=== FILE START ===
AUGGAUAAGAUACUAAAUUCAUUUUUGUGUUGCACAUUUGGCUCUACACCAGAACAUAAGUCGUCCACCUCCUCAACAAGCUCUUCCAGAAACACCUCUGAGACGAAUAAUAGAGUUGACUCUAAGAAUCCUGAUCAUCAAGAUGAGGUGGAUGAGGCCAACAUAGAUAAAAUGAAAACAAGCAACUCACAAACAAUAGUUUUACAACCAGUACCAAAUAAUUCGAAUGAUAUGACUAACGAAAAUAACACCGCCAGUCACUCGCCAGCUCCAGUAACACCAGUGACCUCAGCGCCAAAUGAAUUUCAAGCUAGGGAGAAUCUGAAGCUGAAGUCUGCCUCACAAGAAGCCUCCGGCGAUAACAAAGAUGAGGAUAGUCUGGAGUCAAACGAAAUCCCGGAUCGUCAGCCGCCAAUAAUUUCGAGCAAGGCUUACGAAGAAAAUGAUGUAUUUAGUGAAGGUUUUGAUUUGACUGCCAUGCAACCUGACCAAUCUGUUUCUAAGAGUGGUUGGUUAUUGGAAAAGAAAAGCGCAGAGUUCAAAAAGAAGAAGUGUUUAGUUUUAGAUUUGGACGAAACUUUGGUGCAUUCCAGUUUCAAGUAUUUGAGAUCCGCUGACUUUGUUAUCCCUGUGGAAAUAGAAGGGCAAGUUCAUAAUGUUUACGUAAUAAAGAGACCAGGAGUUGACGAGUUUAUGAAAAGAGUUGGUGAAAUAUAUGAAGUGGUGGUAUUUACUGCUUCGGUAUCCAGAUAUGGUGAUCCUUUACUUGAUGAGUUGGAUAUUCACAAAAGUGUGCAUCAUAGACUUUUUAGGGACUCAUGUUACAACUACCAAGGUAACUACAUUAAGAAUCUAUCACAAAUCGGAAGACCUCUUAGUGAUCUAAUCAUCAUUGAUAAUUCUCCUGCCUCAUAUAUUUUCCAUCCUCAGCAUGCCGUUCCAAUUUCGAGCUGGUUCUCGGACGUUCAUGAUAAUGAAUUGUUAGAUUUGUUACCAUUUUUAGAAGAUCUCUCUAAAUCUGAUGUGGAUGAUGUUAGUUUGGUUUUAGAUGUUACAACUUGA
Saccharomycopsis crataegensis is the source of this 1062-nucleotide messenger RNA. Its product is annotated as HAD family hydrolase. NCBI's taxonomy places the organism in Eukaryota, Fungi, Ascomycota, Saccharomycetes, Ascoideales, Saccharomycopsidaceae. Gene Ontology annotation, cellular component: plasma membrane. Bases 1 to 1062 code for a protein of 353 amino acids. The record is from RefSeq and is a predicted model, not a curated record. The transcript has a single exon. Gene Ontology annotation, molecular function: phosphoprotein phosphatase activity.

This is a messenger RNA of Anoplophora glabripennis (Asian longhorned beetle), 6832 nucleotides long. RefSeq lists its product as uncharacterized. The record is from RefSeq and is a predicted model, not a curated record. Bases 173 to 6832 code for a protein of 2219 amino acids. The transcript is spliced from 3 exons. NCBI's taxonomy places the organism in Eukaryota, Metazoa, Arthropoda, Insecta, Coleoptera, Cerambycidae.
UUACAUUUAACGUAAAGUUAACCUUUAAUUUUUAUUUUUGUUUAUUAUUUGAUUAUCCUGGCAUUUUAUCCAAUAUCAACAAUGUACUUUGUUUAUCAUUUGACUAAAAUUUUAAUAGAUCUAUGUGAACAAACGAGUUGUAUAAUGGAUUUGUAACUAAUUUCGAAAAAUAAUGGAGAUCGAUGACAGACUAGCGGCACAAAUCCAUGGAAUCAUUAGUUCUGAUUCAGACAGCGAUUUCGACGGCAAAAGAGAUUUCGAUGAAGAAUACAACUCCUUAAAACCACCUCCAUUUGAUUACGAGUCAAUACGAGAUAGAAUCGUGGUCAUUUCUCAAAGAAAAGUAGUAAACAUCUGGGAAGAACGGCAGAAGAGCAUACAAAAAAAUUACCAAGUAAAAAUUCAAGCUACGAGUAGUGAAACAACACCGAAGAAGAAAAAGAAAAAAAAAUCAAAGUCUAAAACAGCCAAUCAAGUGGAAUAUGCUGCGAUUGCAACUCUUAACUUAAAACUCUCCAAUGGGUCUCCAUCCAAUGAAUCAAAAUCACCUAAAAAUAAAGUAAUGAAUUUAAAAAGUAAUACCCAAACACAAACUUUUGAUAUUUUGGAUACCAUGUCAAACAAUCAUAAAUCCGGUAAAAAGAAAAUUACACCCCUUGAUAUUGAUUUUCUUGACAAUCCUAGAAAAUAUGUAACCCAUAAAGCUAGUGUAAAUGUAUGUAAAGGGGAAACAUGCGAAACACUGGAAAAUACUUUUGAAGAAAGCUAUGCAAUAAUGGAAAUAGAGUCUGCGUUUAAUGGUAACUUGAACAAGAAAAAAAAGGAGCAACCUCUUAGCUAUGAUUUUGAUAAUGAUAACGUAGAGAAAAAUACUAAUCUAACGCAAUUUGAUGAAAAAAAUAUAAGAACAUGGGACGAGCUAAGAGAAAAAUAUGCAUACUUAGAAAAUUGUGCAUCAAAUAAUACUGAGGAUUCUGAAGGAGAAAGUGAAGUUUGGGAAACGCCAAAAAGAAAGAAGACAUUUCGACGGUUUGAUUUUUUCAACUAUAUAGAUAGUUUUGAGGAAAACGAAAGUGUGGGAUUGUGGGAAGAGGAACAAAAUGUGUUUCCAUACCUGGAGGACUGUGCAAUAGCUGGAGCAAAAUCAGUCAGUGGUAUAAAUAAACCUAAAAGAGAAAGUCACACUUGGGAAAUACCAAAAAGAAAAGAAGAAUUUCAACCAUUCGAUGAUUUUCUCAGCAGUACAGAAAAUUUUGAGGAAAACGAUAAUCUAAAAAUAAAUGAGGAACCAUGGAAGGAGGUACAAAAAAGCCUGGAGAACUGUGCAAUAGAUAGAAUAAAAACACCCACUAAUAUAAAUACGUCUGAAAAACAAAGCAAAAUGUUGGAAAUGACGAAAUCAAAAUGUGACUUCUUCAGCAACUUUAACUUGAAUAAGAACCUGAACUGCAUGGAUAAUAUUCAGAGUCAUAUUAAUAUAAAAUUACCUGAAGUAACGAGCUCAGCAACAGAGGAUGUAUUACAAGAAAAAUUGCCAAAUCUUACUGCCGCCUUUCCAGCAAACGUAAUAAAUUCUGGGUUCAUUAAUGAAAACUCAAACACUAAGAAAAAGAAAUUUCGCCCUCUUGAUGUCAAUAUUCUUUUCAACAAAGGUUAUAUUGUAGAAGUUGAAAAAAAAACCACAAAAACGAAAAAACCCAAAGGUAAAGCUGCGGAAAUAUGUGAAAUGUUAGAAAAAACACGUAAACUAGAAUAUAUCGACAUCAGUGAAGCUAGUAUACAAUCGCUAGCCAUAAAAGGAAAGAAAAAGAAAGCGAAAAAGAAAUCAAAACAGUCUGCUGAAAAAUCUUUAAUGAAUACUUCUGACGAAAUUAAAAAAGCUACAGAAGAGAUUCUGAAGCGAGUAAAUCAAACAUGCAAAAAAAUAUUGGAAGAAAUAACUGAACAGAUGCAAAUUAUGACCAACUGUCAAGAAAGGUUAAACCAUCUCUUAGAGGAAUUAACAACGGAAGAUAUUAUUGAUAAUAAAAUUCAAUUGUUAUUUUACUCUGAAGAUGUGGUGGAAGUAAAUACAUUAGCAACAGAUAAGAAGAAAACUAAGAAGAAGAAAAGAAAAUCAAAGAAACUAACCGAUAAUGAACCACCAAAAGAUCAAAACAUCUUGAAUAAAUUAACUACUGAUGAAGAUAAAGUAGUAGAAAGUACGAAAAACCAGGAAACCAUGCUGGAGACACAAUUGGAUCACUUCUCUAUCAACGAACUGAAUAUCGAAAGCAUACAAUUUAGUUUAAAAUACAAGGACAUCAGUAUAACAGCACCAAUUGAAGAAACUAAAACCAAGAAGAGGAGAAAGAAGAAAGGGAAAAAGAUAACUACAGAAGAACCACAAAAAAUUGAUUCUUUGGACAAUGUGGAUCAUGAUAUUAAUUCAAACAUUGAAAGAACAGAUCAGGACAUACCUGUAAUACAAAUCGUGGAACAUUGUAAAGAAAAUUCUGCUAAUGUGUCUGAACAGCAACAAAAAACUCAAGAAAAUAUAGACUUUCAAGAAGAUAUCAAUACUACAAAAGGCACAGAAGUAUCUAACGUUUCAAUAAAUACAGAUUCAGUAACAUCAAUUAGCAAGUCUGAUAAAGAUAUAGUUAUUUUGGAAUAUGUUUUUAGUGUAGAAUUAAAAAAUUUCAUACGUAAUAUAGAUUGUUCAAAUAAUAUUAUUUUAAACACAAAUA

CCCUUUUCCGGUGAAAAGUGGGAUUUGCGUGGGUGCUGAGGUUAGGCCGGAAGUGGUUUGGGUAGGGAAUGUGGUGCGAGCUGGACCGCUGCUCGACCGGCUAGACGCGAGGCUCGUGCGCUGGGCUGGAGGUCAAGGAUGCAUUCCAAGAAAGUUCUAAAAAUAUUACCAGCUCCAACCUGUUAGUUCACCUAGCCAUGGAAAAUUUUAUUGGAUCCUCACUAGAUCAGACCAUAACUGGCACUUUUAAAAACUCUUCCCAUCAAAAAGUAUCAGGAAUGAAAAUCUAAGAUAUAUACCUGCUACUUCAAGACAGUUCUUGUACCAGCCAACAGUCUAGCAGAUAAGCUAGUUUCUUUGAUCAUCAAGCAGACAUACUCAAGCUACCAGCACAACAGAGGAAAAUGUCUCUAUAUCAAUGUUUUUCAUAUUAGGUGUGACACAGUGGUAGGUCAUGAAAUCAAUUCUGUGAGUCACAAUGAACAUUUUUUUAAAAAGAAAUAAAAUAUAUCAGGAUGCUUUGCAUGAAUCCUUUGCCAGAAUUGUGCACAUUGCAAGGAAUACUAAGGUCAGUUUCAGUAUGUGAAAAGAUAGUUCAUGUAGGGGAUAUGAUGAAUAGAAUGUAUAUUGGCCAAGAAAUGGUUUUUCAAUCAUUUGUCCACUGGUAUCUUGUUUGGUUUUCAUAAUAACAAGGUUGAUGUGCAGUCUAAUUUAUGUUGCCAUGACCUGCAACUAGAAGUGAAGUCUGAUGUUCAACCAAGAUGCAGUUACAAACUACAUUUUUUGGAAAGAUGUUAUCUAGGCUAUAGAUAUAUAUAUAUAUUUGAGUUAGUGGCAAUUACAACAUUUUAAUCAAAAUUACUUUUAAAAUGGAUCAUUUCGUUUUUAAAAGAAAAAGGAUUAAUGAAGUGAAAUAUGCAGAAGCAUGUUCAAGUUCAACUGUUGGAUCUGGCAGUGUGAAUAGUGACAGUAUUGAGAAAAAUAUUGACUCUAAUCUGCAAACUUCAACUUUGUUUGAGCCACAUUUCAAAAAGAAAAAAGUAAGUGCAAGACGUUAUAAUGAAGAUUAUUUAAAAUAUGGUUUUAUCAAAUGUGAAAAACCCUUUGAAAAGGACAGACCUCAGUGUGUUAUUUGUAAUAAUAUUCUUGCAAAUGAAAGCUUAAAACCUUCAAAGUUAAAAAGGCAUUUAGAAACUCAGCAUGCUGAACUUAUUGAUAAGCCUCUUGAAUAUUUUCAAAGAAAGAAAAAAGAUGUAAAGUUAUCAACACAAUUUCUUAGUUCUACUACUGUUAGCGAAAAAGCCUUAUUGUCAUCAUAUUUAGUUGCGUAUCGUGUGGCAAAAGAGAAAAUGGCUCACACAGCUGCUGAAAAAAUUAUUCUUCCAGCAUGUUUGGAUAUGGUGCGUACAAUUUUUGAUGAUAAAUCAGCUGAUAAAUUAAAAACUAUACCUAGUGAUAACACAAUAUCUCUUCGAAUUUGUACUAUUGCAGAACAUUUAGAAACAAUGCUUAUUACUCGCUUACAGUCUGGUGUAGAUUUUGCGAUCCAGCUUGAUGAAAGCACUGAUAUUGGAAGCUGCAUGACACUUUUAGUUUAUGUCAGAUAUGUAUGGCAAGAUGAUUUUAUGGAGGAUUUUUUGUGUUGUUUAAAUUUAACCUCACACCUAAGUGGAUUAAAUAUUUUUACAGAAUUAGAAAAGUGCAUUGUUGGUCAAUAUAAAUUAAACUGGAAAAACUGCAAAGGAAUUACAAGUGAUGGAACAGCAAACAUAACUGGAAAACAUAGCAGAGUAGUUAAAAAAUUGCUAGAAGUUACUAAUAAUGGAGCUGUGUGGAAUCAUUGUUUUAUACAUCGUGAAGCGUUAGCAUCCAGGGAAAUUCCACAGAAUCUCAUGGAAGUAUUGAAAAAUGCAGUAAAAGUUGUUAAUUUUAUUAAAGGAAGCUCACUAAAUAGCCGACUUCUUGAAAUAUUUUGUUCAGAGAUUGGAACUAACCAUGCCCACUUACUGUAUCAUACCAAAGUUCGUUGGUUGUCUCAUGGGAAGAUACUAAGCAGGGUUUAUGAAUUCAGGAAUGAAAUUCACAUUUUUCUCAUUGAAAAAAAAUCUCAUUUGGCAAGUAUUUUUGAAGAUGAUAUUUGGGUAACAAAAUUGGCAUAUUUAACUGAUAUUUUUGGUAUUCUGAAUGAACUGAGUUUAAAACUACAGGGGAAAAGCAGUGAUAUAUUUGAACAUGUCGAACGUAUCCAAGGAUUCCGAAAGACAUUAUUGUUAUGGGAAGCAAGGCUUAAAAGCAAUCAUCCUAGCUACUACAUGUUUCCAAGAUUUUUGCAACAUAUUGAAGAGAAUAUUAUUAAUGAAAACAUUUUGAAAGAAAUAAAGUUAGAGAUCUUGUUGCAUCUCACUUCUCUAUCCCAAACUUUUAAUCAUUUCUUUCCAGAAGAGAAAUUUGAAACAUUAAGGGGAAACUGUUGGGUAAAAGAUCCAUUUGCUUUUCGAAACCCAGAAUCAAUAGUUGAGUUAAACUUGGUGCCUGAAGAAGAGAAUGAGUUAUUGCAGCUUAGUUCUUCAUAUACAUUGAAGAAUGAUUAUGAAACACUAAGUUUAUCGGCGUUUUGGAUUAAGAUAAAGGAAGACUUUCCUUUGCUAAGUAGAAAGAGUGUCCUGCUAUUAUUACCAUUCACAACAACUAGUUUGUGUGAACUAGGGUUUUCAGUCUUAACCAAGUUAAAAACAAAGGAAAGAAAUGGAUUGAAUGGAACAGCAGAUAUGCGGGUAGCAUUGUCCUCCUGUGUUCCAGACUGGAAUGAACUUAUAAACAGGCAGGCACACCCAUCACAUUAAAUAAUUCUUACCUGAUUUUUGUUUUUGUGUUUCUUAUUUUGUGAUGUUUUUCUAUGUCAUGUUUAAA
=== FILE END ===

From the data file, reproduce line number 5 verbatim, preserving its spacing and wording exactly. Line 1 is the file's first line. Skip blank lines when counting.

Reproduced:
CCCUUUUCCGGUGAAAAGUGGGAUUUGCGUGGGUGCUGAGGUUAGGCCGGAAGUGGUUUGGGUAGGGAAUGUGGUGCGAGCUGGACCGCUGCUCGACCGGCUAGACGCGAGGCUCGUGCGCUGGGCUGGAGGUCAAGGAUGCAUUCCAAGAAAGUUCUAAAAAUAUUACCAGCUCCAACCUGUUAGUUCACCUAGCCAUGGAAAAUUUUAUUGGAUCCUCACUAGAUCAGACCAUAACUGGCACUUUUAAAAACUCUUCCCAUCAAAAAGUAUCAGGAAUGAAAAUCUAAGAUAUAUACCUGCUACUUCAAGACAGUUCUUGUACCAGCCAACAGUCUAGCAGAUAAGCUAGUUUCUUUGAUCAUCAAGCAGACAUACUCAAGCUACCAGCACAACAGAGGAAAAUGUCUCUAUAUCAAUGUUUUUCAUAUUAGGUGUGACACAGUGGUAGGUCAUGAAAUCAAUUCUGUGAGUCACAAUGAACAUUUUUUUAAAAAGAAAUAAAAUAUAUCAGGAUGCUUUGCAUGAAUCCUUUGCCAGAAUUGUGCACAUUGCAAGGAAUACUAAGGUCAGUUUCAGUAUGUGAAAAGAUAGUUCAUGUAGGGGAUAUGAUGAAUAGAAUGUAUAUUGGCCAAGAAAUGGUUUUUCAAUCAUUUGUCCACUGGUAUCUUGUUUGGUUUUCAUAAUAACAAGGUUGAUGUGCAGUCUAAUUUAUGUUGCCAUGACCUGCAACUAGAAGUGAAGUCUGAUGUUCAACCAAGAUGCAGUUACAAACUACAUUUUUUGGAAAGAUGUUAUCUAGGCUAUAGAUAUAUAUAUAUAUUUGAGUUAGUGGCAAUUACAACAUUUUAAUCAAAAUUACUUUUAAAAUGGAUCAUUUCGUUUUUAAAAGAAAAAGGAUUAAUGAAGUGAAAUAUGCAGAAGCAUGUUCAAGUUCAACUGUUGGAUCUGGCAGUGUGAAUAGUGACAGUAUUGAGAAAAAUAUUGACUCUAAUCUGCAAACUUCAACUUUGUUUGAGCCACAUUUCAAAAAGAAAAAAGUAAGUGCAAGACGUUAUAAUGAAGAUUAUUUAAAAUAUGGUUUUAUCAAAUGUGAAAAACCCUUUGAAAAGGACAGACCUCAGUGUGUUAUUUGUAAUAAUAUUCUUGCAAAUGAAAGCUUAAAACCUUCAAAGUUAAAAAGGCAUUUAGAAACUCAGCAUGCUGAACUUAUUGAUAAGCCUCUUGAAUAUUUUCAAAGAAAGAAAAAAGAUGUAAAGUUAUCAACACAAUUUCUUAGUUCUACUACUGUUAGCGAAAAAGCCUUAUUGUCAUCAUAUUUAGUUGCGUAUCGUGUGGCAAAAGAGAAAAUGGCUCACACAGCUGCUGAAAAAAUUAUUCUUCCAGCAUGUUUGGAUAUGGUGCGUACAAUUUUUGAUGAUAAAUCAGCUGAUAAAUUAAAAACUAUACCUAGUGAUAACACAAUAUCUCUUCGAAUUUGUACUAUUGCAGAACAUUUAGAAACAAUGCUUAUUACUCGCUUACAGUCUGGUGUAGAUUUUGCGAUCCAGCUUGAUGAAAGCACUGAUAUUGGAAGCUGCAUGACACUUUUAGUUUAUGUCAGAUAUGUAUGGCAAGAUGAUUUUAUGGAGGAUUUUUUGUGUUGUUUAAAUUUAACCUCACACCUAAGUGGAUUAAAUAUUUUUACAGAAUUAGAAAAGUGCAUUGUUGGUCAAUAUAAAUUAAACUGGAAAAACUGCAAAGGAAUUACAAGUGAUGGAACAGCAAACAUAACUGGAAAACAUAGCAGAGUAGUUAAAAAAUUGCUAGAAGUUACUAAUAAUGGAGCUGUGUGGAAUCAUUGUUUUAUACAUCGUGAAGCGUUAGCAUCCAGGGAAAUUCCACAGAAUCUCAUGGAAGUAUUGAAAAAUGCAGUAAAAGUUGUUAAUUUUAUUAAAGGAAGCUCACUAAAUAGCCGACUUCUUGAAAUAUUUUGUUCAGAGAUUGGAACUAACCAUGCCCACUUACUGUAUCAUACCAAAGUUCGUUGGUUGUCUCAUGGGAAGAUACUAAGCAGGGUUUAUGAAUUCAGGAAUGAAAUUCACAUUUUUCUCAUUGAAAAAAAAUCUCAUUUGGCAAGUAUUUUUGAAGAUGAUAUUUGGGUAACAAAAUUGGCAUAUUUAACUGAUAUUUUUGGUAUUCUGAAUGAACUGAGUUUAAAACUACAGGGGAAAAGCAGUGAUAUAUUUGAACAUGUCGAACGUAUCCAAGGAUUCCGAAAGACAUUAUUGUUAUGGGAAGCAAGGCUUAAAAGCAAUCAUCCUAGCUACUACAUGUUUCCAAGAUUUUUGCAACAUAUUGAAGAGAAUAUUAUUAAUGAAAACAUUUUGAAAGAAAUAAAGUUAGAGAUCUUGUUGCAUCUCACUUCUCUAUCCCAAACUUUUAAUCAUUUCUUUCCAGAAGAGAAAUUUGAAACAUUAAGGGGAAACUGUUGGGUAAAAGAUCCAUUUGCUUUUCGAAACCCAGAAUCAAUAGUUGAGUUAAACUUGGUGCCUGAAGAAGAGAAUGAGUUAUUGCAGCUUAGUUCUUCAUAUACAUUGAAGAAUGAUUAUGAAACACUAAGUUUAUCGGCGUUUUGGAUUAAGAUAAAGGAAGACUUUCCUUUGCUAAGUAGAAAGAGUGUCCUGCUAUUAUUACCAUUCACAACAACUAGUUUGUGUGAACUAGGGUUUUCAGUCUUAACCAAGUUAAAAACAAAGGAAAGAAAUGGAUUGAAUGGAACAGCAGAUAUGCGGGUAGCAUUGUCCUCCUGUGUUCCAGACUGGAAUGAACUUAUAAACAGGCAGGCACACCCAUCACAUUAAAUAAUUCUUACCUGAUUUUUGUUUUUGUGUUUCUUAUUUUGUGAUGUUUUUCUAUGUCAUGUUUAAA